The project manager working with our L10N engineering team prepared a well organized L10N Kit complete with translation tables in Excel, client translation instructions, CSOFT internal guidelines, schedule outlines and a list of medical reference materials. This L10N Kit ensures that all project related information is handed off to the translation team.
Working with the localization kit and a list of medical references such as Dorland’s Illustrated Medical Dictionary and International Dictionary of Medicine and Biology, our medical translation team completed the initial translation within the required time frame. Any translation issues (technical or linguistic questions) were quickly communicated to the project manager and then to the client via CSOFT’s standard translation query report.
Review & Editing
Once the initial translation was completed, the localized terminology list was handed off to our internal medical review team for proofreading and editing. The review team used the same set of translation instructions and reference materials to proofread the translated terms. The edits/changes were implemented by the initial translation team.
Selected portions of the terminology translations were reviewed by outside experts from China’s State Drug Administration. Since the MedDRA database demanded the highest quality translations, the Expert Review cycle ensured that our translations had the professional accuracy required by the State Drug Administration. All comments and edits were reviewed by the translation/review team and project team leader.
As with most projects, CSOFT sends back portions of the translation for client review. In the case of MedDRA terminology translation, we decided to send the complete translation for review by our client. With our three step approach for translation, the client reviewers found little or no changes to the translated terminology. All client changes were implemented by the translation team and the resulting translation memory was updated to ensure consistency.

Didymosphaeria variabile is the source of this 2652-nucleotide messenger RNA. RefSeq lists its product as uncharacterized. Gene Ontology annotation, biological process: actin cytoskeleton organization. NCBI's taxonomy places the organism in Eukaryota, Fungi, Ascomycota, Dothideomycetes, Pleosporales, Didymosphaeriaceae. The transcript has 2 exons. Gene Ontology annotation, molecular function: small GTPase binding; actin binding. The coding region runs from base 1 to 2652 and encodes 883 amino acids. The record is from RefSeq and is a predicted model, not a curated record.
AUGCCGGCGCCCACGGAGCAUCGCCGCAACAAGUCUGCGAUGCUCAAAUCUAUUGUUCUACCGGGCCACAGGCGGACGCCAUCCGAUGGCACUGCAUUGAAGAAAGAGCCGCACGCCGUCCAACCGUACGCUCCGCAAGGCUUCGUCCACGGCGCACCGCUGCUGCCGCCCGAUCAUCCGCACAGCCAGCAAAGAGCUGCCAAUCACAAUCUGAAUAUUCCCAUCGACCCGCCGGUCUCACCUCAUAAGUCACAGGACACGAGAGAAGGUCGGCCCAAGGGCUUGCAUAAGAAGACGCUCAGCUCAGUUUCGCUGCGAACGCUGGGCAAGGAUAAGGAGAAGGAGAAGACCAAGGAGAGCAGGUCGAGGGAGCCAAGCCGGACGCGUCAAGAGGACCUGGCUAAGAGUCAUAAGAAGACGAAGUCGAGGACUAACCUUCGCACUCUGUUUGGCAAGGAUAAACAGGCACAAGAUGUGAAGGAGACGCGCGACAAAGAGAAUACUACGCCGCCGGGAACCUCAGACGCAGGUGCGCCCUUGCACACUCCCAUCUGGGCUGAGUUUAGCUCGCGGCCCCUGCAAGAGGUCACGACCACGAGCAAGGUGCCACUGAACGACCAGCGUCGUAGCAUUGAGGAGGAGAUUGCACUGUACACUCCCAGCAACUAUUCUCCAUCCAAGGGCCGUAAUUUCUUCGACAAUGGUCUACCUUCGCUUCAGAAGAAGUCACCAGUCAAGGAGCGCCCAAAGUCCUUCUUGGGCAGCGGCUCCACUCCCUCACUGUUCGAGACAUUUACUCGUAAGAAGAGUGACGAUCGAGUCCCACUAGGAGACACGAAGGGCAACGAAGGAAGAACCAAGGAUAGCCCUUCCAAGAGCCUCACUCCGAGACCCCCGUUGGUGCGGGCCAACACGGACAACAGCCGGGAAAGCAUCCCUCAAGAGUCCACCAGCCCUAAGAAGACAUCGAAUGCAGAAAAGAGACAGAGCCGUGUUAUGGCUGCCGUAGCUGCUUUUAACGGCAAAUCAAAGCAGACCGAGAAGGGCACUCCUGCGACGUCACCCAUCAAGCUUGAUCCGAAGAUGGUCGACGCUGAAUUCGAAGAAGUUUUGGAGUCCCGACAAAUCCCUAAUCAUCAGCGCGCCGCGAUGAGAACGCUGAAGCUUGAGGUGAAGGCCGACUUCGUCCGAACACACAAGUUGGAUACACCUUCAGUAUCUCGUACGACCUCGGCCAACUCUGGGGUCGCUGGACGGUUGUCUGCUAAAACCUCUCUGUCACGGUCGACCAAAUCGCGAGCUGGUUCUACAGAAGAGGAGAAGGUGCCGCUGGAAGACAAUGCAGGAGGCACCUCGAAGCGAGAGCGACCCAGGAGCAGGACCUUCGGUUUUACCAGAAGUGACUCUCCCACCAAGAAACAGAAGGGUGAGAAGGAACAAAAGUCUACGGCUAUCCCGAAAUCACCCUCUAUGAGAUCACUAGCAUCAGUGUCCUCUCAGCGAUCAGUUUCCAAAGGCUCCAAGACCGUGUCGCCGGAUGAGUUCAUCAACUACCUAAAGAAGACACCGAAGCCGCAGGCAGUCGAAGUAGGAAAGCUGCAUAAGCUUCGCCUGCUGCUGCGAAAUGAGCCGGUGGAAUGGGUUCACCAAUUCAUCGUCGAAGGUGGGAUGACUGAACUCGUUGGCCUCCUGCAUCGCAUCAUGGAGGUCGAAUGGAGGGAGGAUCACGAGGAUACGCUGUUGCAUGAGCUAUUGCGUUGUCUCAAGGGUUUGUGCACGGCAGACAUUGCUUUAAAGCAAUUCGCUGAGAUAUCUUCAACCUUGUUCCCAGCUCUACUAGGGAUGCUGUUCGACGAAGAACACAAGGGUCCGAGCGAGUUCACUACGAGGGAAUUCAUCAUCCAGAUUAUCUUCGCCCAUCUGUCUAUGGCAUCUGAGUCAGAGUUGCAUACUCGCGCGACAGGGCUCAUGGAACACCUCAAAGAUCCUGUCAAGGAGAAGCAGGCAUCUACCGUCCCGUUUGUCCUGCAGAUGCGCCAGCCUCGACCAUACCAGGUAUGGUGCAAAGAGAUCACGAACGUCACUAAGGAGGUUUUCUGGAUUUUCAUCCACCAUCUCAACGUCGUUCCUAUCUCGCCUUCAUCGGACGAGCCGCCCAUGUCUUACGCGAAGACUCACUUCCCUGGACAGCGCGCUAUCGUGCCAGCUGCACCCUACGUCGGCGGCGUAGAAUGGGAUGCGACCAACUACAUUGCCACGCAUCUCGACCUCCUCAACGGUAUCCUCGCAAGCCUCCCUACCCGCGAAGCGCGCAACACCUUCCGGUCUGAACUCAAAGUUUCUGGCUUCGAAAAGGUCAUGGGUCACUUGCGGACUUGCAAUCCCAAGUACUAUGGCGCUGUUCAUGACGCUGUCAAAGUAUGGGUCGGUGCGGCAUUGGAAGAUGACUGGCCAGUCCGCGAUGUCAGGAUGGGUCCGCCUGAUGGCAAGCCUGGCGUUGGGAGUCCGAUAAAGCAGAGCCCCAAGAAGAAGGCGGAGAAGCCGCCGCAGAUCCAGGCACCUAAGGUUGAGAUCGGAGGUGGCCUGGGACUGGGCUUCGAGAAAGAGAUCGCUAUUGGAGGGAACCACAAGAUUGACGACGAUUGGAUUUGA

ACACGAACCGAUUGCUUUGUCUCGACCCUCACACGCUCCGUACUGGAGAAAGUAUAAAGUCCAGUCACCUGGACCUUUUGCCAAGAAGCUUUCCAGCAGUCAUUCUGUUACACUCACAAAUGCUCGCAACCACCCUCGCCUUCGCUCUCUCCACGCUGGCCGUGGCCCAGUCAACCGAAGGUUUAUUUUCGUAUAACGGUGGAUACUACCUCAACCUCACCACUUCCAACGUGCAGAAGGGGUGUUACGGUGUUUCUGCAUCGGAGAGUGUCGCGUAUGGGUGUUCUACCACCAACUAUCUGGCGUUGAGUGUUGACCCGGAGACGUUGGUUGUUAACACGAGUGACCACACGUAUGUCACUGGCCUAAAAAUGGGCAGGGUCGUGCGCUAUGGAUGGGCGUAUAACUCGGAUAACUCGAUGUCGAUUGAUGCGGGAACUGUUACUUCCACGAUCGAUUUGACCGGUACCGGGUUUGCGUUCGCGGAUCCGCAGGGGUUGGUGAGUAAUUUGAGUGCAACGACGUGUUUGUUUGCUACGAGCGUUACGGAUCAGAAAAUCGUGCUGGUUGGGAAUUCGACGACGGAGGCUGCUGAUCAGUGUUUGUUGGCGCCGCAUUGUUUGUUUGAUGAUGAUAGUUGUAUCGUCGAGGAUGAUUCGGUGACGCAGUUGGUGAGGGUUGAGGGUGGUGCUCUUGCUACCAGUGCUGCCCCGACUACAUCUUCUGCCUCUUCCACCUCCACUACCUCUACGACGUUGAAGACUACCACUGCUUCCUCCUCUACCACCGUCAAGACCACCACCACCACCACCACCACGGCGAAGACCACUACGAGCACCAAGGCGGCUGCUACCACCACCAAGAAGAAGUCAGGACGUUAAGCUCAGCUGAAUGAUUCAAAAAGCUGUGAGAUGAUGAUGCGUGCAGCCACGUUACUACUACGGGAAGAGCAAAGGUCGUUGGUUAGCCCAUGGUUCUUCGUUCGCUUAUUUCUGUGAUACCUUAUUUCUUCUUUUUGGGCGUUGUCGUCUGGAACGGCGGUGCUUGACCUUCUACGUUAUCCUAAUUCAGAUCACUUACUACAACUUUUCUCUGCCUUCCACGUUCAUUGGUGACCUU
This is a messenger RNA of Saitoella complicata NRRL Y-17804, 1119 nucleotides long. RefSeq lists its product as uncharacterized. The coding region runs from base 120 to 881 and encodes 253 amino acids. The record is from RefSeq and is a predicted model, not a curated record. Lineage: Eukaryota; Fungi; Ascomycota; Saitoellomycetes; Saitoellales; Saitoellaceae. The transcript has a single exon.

Because of the unique requirement of the MedDRA project, all translated terms had to be thoroughly checked for duplicates and conflicts across the five different MedDRA levels.
Initially, our team had to go through the translated terms manually to eliminate duplicates and resolve conflicts. However, the task quickly became overwhelming considering the number of terms involved (75K) and the complex relationship among the five different MedDRA levels. Our team conducted a number of project meetings to develop alternative solutions. Thanks to CSOFT’s technical development experience, the project team decided to create a relational database so the terms could be sorted by levels and compared automatically. Automating this process not only helped save time and money but also eliminated potential human errors. Taking advantage of CSOFT’s strong engineering capabilities, the team was able to quickly build a customized relational database to automate the task and complete the project on time.
The MedDRA database was successfully launched in Simplified Chinese on-time, on-budget, and with the highest quality translation.
The client was so impressed with the MedDRA translation and our technical solutions that they decided to use CSOFT’s relational database as an independent online and fully searchable multilingual MedDRA search engine for all existing languages. It took CSOFT a little more than two weeks to develop the online search database with full Unicode enabling so that all languages could be searched and compared at the same time.
In November 2004, our client officially submitted the Simplified Chinese MedDRA database to China’s commissioner of State Drug Administration, the equivalent of the FDA in the United States. As an L10N company, we are proud to be part of the official MedDRA translation as this gives CSOFT an opportunity to set industry standards for medical translations. Given this experience, we are confident we will be able to provide both accurate and professional quality translations for your company too.